Iran has ramped up its efforts to become a member of the BRICS group ahead of the economic bloc’s summit. The Iranian deputy foreign minister for economic diplomacy revealed that Iran is actively pursuing opportunities to strengthen its economic ties with BRICS members, noting that it has already established strong relationships with China, Russia, and India.
Iran Sees No Obstacles to Join BRICS
Mehdi Safari, Iran’s deputy foreign minister for economic diplomacy, said in an interview on Saturday that Iran’s membership in the BRICS economic group has faced no obstacles, Tasmin News Agency reported.
Noting that Iran has officially requested to join the BRICS bloc, Safari detailed:
We are making efforts so that the members of the economic group, including Brazil, Russia, India, China, and South Africa, will accept Iran’s membership.
The Iranian foreign minister and the secretary of Iran’s Supreme National Security Council (SNSC) recently attended BRICS meetings. Safari further disclosed that Iranian President Ebrahim Raisi is expected to participate in the upcoming BRICS leaders’ summit either in person or through videoconference. The summit will take place from Aug. 22-24 in Johannesburg. South Africa is the host of the summit this year.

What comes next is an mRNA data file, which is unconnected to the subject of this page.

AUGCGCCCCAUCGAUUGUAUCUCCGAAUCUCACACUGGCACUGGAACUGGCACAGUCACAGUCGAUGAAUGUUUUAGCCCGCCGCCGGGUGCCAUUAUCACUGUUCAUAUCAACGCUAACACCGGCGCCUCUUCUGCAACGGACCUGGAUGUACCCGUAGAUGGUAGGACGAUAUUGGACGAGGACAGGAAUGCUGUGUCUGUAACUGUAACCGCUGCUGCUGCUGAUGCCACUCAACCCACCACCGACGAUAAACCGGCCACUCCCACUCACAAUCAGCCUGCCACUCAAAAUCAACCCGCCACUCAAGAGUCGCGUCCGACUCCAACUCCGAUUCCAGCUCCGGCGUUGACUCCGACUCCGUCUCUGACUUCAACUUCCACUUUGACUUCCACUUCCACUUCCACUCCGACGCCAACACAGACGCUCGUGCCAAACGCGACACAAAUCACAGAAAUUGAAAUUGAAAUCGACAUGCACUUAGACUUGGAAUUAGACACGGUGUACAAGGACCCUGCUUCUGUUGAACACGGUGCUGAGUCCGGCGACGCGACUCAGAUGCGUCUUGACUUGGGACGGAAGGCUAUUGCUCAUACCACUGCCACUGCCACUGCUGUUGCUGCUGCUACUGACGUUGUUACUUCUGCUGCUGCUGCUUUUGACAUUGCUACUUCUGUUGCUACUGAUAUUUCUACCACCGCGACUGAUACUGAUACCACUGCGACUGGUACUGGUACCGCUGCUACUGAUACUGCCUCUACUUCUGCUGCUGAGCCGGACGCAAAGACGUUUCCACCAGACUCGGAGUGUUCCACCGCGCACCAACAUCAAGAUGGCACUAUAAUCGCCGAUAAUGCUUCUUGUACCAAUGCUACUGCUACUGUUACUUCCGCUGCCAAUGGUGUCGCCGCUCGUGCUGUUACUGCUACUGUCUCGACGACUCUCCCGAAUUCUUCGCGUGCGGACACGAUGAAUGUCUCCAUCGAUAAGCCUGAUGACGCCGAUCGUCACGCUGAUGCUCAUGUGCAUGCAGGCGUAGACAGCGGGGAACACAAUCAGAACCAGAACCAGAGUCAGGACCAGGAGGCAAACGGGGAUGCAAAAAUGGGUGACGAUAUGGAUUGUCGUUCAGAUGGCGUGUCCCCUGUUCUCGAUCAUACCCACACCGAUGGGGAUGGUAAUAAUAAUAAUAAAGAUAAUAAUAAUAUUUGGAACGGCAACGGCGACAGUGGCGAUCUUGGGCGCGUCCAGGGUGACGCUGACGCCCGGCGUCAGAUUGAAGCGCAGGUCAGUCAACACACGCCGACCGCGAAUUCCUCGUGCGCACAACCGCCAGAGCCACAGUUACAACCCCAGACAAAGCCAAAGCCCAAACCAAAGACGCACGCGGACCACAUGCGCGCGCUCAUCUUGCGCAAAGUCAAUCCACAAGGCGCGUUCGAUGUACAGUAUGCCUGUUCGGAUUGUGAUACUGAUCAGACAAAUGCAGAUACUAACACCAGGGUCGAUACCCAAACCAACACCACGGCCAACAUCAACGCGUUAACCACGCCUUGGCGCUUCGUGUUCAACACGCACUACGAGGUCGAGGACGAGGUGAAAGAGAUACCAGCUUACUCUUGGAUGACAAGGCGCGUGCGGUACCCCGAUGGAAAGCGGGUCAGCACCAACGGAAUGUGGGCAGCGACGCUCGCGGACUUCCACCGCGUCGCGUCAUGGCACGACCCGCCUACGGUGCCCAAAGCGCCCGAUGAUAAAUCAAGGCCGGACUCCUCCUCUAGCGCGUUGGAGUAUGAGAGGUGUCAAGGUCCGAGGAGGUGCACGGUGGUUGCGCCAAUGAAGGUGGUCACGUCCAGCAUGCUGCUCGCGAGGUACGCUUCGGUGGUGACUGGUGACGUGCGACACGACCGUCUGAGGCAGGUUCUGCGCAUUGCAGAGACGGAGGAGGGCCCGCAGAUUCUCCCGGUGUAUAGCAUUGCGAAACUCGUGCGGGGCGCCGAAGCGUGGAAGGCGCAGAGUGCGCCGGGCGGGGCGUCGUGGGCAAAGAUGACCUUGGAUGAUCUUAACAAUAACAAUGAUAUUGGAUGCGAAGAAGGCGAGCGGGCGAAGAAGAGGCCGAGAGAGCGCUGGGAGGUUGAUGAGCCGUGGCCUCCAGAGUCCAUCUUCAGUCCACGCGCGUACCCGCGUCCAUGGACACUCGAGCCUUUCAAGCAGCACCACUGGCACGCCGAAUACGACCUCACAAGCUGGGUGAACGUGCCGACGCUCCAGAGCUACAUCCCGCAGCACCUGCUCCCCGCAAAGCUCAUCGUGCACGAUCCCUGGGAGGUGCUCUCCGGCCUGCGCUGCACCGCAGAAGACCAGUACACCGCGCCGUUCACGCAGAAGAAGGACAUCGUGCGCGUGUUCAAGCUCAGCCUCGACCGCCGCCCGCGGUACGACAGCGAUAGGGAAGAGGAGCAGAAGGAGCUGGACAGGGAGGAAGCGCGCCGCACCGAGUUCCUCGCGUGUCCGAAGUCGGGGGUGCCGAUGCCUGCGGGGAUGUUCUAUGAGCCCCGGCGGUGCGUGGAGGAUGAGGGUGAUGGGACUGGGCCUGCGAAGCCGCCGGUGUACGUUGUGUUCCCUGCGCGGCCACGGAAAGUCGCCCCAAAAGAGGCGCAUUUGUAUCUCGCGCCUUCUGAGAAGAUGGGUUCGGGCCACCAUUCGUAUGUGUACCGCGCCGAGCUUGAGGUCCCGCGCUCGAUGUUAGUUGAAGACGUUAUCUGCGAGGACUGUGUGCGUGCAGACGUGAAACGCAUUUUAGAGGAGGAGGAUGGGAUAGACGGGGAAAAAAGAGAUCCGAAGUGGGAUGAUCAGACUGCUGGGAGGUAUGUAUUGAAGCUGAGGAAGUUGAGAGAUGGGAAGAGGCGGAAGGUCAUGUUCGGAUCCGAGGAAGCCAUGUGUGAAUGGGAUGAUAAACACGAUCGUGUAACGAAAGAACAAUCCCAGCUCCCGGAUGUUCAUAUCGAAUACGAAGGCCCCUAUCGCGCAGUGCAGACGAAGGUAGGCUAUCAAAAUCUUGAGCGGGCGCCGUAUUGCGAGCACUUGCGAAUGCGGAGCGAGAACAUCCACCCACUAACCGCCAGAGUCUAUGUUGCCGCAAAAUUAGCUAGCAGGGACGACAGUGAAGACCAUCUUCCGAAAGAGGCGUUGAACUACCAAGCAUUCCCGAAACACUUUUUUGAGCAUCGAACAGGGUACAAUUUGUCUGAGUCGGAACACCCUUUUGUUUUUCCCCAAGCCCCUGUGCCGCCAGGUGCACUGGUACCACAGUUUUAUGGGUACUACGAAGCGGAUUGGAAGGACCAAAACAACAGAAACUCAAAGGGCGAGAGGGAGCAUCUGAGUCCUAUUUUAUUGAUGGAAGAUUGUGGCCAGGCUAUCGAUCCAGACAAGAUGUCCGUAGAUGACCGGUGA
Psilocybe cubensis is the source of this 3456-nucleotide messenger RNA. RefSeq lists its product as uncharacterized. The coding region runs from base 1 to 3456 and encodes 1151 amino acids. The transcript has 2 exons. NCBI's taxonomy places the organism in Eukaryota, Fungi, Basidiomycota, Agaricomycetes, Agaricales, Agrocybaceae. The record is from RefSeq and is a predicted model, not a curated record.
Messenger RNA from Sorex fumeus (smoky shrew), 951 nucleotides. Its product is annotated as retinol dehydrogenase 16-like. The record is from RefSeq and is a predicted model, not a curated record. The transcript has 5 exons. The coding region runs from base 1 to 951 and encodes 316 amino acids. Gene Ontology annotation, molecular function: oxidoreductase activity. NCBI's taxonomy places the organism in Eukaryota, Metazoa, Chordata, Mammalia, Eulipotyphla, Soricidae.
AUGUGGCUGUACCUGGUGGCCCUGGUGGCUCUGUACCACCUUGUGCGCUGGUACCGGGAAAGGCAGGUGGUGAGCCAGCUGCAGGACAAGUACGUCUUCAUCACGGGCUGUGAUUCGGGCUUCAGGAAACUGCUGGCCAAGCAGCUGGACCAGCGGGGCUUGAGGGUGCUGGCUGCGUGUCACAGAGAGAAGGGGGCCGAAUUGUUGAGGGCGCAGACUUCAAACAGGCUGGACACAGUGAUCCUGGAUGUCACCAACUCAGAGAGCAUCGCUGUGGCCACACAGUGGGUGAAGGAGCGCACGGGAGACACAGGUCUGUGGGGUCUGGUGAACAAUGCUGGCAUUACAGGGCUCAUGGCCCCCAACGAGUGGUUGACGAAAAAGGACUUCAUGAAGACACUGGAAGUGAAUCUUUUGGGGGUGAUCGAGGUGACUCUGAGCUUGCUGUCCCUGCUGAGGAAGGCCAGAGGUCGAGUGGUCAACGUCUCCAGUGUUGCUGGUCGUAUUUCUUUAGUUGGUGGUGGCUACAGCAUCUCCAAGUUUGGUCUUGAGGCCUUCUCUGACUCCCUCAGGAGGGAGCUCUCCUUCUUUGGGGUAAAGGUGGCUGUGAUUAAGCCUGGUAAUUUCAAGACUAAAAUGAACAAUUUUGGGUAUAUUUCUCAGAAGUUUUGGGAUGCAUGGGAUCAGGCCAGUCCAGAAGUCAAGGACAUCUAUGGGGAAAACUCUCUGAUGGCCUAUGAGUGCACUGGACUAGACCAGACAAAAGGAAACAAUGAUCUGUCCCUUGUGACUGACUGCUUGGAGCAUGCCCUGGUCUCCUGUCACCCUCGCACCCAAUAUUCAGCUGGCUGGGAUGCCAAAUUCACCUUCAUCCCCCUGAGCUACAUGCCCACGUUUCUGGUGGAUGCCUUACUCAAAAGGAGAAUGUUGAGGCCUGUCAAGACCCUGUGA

Safari emphasized that Iran has established strong relationships with key BRICS member states, namely China, Russia, and India. Moreover, Iran is actively pursuing opportunities to strengthen its economic ties with other BRICS members, he noted.
The BRICS has drawn interest from over 40 countries seeking to join the group. According to Anil Sooklal, South Africa’s diplomat in charge of BRICS relations, 22 nations have already formally applied. Moreover, he revealed last week that South Africa has invited 69 leaders to the summit, including all of the African heads of state and the leaders of major Global South bodies. However, no Western countries have been invited, he noted.
Iran’s President Raisi has been pushing for de-dollarization, stating earlier this month that it is key to a fair international system. In May, he asked the central bank of Iran to ditch the U.S. dollar in global trade and shift to using national currencies. Also in May, Iran hosted a meeting of nine Asian countries to discuss de-dollarization.
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